Yesterday, a faithful reader sent me this comment:
"You need to put up a new blog. I'm tired of checking twice a day only to see Inez Sainz's perfect ass."
Now I've dealt with some bizarre comments in my time, but that one couldn't be higher on the charts if it was soaked with teabag spit and anarchy creme. Looks like the bar has officially been raised! I need an airplane at this point.
Alas, there has indeed been something of a content drought of late here at Not Right. So in the interest of rectifying that travesty and restoring some honor and dignity to this blog by taking the oh-so-offensive ass off the top of the heap, here's a disgusting story about my morning.
So for the past three days (or the past week if we're going by how long it felt like), I've had serious congestion in my left ear. That particular appendage of mine has been giving me grief as far back as the summer of 1989, when I got dirty well water in my ear from swimming in our snapset pool out in Butte La Rose, Louisiana. Then, it made a spring noise when I chewed, and that traumatized me to hilarious extremes until it went away either an hour or a month later (again, time blurs in times like these). Two years later, I noticed it thumped audibly in band class when the flutists got their Jethro Tull on. In summer 2000, a girl sprayed shaving cream right into that ear during some camp revelry, and some of it exited out of my nose. Gnarly. Also, if I fly within a few days of swimming, sometimes I'll feel like I'm having a stroke.
Point is, my left ear is jacked up. And it's only gotten worse since I moved to a higher altitude to a city that actually has distinct seasons.
Sometime around Sunday morning, the ear clogged up and, unlike every other time this happens, it didn't pop. This made my subsequent forays into flag football and Thriller dancing (different blog entirely) a surreal, vaguely discomforting experience. On the bright side, I could drive with my windows down and it still seemed quiet. Mostly, though, it was annoying to the point of extreme fatigue and frustration. I could barely stay awake, let alone work out, and various stressors and a too-close Saints game made my three-day weekend hardly seem worth it. Work? Didn't help my performance there, either.
So I finally headed to the walk-in clinic this morning, where they were gleeful that I finally suffered from something other than sinusitis or elephantiasis of awesomeness. They prodded a bit and told me that I had quite a bit of wax buildup in my ear (which was no shock to me, considering I could touch my ear just about anywhere on the flap and hear squishing). And with that, the nurse drained my ear with a jug of pink liquid and what she frighteningly referred to as a catheter (but which, even more frighteningly, looked more like a hybrid of a Reach toothbrush and a fishing pole). She jammed way more fluid in my ear than ever belongs in such an orifice... about eight times. In each ear. I generally have a pretty high threshold for such things, but add a camera and my facial expressions would have been the next viral hit.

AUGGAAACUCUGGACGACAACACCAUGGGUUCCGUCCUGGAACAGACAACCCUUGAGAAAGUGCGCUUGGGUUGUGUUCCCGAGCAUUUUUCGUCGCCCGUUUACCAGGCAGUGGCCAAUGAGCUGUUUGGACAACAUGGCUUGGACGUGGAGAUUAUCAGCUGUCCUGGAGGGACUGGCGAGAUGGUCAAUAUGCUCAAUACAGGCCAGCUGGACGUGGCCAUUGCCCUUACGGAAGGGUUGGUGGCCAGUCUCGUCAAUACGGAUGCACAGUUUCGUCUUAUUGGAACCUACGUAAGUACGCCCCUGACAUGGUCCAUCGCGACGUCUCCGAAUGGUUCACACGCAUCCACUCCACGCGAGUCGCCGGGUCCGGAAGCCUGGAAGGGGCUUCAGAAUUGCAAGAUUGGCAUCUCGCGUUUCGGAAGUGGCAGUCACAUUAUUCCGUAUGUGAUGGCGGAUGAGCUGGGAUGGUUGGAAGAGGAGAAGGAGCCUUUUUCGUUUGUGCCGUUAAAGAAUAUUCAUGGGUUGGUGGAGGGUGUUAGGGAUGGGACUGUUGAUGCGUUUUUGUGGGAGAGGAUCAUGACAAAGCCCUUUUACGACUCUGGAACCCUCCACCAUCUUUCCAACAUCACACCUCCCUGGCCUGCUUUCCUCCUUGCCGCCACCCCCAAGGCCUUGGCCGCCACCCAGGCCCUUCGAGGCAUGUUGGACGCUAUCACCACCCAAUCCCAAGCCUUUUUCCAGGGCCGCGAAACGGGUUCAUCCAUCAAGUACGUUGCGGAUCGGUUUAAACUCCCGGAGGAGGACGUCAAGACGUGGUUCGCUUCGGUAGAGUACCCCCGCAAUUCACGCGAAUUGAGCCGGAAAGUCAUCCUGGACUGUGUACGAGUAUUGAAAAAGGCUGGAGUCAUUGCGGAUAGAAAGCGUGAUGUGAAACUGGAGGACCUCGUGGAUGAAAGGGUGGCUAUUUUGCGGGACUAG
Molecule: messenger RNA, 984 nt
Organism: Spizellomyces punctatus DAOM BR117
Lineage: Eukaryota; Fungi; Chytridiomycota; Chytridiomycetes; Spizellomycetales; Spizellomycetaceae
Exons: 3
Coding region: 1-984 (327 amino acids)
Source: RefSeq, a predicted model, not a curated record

By the time the nurse finished the left ear, which never gave a satisfying POP but did suddenly have surround sound, she had a pan full of drainage. Being me, I eagerly eyed the tub in her hand. I noticed what appeared to be a half-inch-in-diameter gob of dark-red wax before she went to rinse out the bowl. "You probably don't want to see that," she said. Hell, I would have scanned it.
Turns out that I had 100 percent clogging in my left ear and 60 percent in my right, which probably explains why I had my TV's volume at 41 beforehand. In the words of the attending physician, "that must have been collecting for a really long time." She further said I was a wax producer, so I guess that means there are people who aren't. I learn something new every day.
Another thing I learned is that I don't, as I've assumed all these years, have a perforated eardrum. Just narrow ear canals. She prescribed a hair dryer. I'm not making that up. But I can live with it.
Also, I have to apply 32 steroid drops every day for the next week. Sadly, this renders me ineligible to play in the NFL, at least for a few weeks.
My grandfather once told me that, when he joined the Navy at the dawn of World War II, one of the first things they did was clean his ears. And even though he thought he took care of them to begin with, "It was like getting a whole new set of ears." I never quite understood what he meant. I do now.
Speaking of medical advice, I think this blog entry works well as an appetite suppressant. But it's best to consult your physician on that.
I also had my carpet cleaned today. But that's less interesting.
There. Dry spell broken! Until next time, America...